exactness; accuracy. He spoke with great precision; (also adjective) precision tools (=tools used for obtaining very accurate results).


n. precisión, exactitud.


n precisión f
References in classic literature ?
He took a book from his pocket and began energetically to read it, judging by the precision and frequency with which he turned the leaves.
From such undeniable testimony did the practised woodsman arrive at the truth, with nearly as much certainty and precision as if he had been a witness of all those events which his ingenuity so easily elucidated.
Besides, when making a passage from one feeding-ground to another, the sperm whales, guided by some infallible instinct -- say, rather, secret intelligence from the Deity --mostly swim in veins, as they are called; continuing their way along a given ocean-line with such undeviating exactitude, that no ship ever sailed her course, by any chart, with one tithe of such marvellous precision.
The three corresponding new sails were now bent and reefed, and a storm-trysail was set further aft; so that the ship soon went through the water with some precision again; and the course --for the present, East-south-east --which he was to steer, if practicable, was once more given to the helmsman.
She holds her skirt with her hand as she dances, with stately precision, after the manner of the grandes dames.
One luckless wight contrived to upset the gravy; and then gravy had to be got up de novo, with due care and formality, Aunt Chloe watching and stirring with dogged precision, answering shortly, to all suggestions of haste, that she "warn't a going to have raw gravy on the table, to help nobody's catchings.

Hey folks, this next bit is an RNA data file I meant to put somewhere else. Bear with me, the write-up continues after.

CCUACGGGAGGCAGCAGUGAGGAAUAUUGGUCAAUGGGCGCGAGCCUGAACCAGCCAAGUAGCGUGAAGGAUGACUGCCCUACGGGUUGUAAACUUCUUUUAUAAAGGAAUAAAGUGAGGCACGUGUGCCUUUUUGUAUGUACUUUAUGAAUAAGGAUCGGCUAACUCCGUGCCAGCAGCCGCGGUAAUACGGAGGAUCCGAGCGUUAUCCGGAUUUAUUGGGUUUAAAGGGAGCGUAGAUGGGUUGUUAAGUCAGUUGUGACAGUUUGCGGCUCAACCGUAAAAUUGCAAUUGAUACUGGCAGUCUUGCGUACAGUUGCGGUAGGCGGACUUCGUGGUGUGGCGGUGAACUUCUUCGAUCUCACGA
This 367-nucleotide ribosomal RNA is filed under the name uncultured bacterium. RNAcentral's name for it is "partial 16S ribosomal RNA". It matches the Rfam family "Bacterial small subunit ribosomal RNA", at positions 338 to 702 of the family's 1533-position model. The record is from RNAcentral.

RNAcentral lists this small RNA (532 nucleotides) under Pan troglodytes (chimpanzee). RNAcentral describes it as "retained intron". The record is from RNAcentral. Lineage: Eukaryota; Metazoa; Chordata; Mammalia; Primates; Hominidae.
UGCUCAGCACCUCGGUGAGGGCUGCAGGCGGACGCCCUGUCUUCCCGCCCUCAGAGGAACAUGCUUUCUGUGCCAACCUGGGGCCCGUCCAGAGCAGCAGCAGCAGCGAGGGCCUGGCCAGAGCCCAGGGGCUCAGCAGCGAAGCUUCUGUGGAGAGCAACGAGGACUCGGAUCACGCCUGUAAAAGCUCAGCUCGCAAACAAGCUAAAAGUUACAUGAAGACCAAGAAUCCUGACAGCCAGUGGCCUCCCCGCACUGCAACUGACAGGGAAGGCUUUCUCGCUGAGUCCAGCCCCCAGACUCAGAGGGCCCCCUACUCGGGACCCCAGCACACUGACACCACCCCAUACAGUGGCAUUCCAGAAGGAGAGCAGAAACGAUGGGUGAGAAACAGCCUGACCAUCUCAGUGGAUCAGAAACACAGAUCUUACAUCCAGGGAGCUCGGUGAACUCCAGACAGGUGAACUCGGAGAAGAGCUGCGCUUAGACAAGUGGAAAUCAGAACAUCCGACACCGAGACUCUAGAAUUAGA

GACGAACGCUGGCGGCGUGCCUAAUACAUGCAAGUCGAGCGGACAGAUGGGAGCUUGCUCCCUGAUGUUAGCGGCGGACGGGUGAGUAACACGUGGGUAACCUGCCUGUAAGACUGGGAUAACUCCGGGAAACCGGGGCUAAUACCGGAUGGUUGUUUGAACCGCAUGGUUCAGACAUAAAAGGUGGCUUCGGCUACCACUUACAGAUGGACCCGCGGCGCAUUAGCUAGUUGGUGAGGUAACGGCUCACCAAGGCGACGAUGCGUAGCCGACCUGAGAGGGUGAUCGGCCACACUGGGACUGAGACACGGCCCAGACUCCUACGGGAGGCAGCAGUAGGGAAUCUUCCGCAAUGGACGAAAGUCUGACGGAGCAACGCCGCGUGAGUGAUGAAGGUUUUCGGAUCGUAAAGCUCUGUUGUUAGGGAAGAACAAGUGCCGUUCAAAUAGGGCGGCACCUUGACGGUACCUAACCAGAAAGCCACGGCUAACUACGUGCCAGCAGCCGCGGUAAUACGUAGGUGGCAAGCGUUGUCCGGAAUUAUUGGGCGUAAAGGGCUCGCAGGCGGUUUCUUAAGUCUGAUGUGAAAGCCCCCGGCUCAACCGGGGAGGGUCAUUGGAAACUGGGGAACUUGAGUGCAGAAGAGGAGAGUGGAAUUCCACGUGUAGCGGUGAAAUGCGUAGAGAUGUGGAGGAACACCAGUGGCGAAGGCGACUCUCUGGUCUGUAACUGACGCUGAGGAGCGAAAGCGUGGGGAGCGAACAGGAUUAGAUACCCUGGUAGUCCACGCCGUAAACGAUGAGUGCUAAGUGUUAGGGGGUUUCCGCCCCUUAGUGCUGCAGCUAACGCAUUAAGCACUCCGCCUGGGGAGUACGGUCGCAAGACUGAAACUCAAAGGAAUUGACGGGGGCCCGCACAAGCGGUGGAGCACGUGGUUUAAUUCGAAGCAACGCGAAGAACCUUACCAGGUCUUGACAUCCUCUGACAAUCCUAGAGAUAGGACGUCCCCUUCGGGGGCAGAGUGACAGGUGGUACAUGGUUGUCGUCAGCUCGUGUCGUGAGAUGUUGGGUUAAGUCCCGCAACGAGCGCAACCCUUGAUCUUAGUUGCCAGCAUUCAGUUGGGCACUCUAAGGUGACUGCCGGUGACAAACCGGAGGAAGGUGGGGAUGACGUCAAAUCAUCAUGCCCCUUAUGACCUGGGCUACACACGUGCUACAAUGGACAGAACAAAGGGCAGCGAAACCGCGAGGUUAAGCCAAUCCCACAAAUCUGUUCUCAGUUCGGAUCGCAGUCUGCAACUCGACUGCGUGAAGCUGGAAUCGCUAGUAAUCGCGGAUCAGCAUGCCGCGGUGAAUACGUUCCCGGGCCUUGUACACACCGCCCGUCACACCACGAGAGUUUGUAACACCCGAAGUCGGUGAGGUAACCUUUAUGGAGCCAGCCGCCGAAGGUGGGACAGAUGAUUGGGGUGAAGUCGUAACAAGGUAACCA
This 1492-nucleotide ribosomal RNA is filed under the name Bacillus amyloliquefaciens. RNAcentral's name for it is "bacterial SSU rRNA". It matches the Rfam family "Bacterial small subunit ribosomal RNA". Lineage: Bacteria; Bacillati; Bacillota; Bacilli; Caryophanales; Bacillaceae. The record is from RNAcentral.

They thought he must surely strike an uncertain place some time; but no, he never had to hesitate, he always knew, and always with unerring precision.
Rebecca sat down carefully, smoothing her dress under her with painstaking precision, and putting her sunshade under its extended folds between the driver and herself.
It was a long, wellwritten letter, giving the particulars of his journey and of his feelings, expressing all the affection, gratitude, and respect which was natural and honourable, and describing every thing exterior and local that could be supposed attractive, with spirit and precision.
Marianne's preserver, as Margaret, with more elegance than precision, styled Willoughby, called at the cottage early the next morning to make his personal enquiries.
He reverted, with his customary precision, to his customary choice of alternatives.
It being then just dinner-time, we went, first into the great kitchen, where every prisoner's dinner was in course of being set out separately (to be handed to him in his cell), with the regularity and precision of clock-work.